Karl Shapiro Poems
|4.||Love For A Hand||4/16/2010|
|5.||The Dome Of Sunday||4/16/2010|
|9.||The Piano Tuner’s Wife||4/16/2010|
|11.||Going To School||4/16/2010|
|12.||Sunday: New Guinea||4/16/2010|
|14.||The Conscientious Objector||4/16/2010|
|15.||The Olive Tree||1/13/2003|
|16.||A Garden In Chicago||1/13/2003|
The beauty of manhole covers--what of that?
Like medals struck by a great savage khan,
Like Mayan calendar stones, unliftable, indecipherable,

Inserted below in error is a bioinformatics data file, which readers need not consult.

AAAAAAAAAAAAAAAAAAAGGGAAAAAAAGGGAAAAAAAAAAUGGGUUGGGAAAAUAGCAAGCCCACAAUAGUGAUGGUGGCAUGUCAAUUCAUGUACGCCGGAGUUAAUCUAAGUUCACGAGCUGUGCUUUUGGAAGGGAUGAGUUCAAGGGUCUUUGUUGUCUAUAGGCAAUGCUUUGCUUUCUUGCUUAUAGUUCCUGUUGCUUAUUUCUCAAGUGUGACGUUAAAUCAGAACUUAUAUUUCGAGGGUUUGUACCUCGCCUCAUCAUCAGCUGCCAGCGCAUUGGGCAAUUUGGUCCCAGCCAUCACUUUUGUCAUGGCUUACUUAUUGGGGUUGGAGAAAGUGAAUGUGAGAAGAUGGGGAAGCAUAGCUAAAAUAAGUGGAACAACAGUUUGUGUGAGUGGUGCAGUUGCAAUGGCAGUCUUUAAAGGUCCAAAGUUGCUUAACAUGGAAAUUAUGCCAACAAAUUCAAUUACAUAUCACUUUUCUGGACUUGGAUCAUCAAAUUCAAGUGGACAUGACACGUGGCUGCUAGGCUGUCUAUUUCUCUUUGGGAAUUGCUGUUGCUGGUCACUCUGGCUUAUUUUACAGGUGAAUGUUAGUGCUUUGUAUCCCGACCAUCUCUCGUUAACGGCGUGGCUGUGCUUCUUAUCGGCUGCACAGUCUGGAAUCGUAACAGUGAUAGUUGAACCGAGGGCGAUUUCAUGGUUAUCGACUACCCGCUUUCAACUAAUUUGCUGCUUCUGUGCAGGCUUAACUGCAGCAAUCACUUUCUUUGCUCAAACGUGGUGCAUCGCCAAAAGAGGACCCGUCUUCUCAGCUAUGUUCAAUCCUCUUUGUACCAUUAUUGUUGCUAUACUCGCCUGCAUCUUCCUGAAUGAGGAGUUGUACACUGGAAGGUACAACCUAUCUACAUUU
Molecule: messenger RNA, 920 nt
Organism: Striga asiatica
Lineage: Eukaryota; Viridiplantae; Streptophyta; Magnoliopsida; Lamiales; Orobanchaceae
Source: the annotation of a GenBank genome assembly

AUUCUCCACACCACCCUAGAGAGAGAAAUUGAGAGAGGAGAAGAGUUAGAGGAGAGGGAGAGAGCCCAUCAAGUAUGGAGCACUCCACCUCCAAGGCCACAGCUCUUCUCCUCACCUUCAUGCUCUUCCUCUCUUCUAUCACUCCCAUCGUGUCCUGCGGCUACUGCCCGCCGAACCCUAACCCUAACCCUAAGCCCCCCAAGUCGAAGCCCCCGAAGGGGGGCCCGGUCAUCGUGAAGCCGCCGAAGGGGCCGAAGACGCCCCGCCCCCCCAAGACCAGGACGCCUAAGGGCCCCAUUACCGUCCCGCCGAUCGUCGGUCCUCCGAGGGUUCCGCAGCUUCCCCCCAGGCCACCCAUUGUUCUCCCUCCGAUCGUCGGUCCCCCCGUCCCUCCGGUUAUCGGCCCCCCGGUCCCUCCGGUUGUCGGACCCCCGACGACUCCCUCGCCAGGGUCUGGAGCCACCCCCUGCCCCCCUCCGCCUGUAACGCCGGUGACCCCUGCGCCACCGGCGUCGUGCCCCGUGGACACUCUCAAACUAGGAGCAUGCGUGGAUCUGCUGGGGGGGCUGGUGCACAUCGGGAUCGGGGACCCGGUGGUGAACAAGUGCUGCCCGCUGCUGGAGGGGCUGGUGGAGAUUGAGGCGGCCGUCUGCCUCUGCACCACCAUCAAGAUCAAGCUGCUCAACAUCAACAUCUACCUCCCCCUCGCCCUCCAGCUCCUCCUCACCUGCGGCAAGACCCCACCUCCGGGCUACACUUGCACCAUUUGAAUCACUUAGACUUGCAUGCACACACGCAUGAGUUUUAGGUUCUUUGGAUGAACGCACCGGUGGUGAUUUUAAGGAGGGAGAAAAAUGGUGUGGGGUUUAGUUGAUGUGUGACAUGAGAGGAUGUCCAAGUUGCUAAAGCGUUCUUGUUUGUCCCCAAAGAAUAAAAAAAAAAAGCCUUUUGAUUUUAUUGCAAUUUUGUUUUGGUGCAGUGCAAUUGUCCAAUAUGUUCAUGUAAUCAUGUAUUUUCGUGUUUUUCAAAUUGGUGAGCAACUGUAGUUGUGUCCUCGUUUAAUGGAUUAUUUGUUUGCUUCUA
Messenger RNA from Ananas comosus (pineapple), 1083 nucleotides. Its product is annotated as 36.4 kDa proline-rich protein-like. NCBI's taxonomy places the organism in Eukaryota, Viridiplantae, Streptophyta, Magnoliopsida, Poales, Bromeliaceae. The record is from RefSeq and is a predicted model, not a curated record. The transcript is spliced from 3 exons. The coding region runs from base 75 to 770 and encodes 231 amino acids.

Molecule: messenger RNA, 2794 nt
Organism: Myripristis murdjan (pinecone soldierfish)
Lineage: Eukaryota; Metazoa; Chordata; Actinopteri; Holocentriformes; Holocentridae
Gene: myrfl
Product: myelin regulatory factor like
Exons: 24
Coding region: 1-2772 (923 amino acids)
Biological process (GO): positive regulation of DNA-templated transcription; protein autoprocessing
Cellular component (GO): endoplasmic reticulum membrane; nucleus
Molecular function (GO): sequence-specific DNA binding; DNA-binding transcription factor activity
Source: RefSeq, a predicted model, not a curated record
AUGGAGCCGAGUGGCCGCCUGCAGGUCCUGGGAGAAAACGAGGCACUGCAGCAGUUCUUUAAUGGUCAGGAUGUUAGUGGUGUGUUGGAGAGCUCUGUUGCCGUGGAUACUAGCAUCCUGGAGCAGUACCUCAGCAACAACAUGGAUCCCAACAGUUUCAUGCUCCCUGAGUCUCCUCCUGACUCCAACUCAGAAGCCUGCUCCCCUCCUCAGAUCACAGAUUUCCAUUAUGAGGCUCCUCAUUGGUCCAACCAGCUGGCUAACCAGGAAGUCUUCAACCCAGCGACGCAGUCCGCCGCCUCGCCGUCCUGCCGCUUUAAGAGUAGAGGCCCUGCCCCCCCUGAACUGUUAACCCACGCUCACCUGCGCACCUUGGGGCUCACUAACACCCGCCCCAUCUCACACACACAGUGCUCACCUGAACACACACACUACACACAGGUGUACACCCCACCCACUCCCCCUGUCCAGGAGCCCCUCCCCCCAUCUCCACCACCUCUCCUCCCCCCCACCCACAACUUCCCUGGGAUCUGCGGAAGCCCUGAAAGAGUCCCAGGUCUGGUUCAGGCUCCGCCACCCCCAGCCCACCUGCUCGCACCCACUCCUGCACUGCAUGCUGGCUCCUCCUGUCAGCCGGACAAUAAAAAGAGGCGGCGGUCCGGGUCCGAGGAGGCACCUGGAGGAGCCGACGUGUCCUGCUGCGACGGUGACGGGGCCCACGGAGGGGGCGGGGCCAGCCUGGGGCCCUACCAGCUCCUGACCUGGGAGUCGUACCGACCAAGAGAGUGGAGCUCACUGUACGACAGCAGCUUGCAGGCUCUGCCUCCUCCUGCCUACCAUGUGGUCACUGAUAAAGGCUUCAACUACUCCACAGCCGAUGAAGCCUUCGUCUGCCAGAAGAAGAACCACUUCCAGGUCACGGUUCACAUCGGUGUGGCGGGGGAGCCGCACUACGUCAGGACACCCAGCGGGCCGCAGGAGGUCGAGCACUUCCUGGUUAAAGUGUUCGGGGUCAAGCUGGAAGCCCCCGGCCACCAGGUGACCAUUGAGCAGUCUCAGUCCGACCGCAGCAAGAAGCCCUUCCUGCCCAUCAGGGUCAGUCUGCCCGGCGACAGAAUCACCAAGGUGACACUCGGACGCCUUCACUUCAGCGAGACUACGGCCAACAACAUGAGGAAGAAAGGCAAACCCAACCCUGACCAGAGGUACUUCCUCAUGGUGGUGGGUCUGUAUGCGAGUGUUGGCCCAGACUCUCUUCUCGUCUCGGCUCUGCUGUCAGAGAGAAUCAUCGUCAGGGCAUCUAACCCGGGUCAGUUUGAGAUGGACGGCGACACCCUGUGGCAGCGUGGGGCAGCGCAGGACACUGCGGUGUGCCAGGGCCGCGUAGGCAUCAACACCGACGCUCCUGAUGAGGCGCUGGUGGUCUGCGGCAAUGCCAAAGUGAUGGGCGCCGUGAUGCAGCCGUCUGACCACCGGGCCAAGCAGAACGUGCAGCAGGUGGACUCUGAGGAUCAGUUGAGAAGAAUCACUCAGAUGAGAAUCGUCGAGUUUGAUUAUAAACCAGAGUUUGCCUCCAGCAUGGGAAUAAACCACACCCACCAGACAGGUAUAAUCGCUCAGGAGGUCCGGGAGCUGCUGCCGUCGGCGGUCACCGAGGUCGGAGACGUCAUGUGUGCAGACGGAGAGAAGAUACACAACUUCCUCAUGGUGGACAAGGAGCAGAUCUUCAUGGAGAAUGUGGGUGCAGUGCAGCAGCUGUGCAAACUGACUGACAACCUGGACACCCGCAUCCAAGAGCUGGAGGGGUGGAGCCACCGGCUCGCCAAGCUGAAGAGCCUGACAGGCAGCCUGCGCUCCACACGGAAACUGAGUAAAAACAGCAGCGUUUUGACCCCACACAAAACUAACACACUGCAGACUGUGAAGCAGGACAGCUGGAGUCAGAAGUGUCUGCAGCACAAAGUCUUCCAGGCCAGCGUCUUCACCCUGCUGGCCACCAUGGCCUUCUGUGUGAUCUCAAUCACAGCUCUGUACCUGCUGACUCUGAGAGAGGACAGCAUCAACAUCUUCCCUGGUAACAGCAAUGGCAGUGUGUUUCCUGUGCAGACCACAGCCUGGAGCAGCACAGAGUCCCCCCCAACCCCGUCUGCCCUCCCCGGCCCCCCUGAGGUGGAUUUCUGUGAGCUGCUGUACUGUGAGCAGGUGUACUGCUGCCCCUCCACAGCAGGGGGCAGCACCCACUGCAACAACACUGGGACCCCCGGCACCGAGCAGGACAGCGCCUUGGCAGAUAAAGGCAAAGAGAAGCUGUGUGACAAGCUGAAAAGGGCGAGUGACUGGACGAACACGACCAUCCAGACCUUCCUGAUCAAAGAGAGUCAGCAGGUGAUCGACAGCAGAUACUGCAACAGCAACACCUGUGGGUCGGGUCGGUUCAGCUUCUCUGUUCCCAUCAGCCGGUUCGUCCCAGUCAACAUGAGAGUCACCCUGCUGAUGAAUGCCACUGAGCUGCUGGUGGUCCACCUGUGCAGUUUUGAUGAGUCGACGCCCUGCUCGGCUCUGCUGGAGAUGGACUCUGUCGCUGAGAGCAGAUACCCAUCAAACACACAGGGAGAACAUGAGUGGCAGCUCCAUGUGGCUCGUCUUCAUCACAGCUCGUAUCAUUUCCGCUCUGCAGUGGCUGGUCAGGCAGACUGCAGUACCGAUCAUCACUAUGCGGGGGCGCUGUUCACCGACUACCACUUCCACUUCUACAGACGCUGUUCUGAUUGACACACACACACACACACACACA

Not like the old electrum, chased and scored,
Mottoed and sculptured to a turn,
But notched and whelked and pocked and smashed
With the great company names
(Gentle Bethlehem, smiling United States).
This rustproof artifact of my street,
Long after roads are melted away will lie
Sidewise in the grave of the iron-old world,
Bitten at the edges,
Strong with its cryptic American,
Its dated beauty.
Going To School
What shall I teach in the vivid afternoon
With the sun warming the blackboard and a slip
Of cloud catching my eye?
Only the cones and sections of the moon.
Out of some flaking page of scholarship,
Only some foolish heresy
To counteract the authority of prose.
The ink runs freely and the dry chalk flows
Into the silent night of seven slates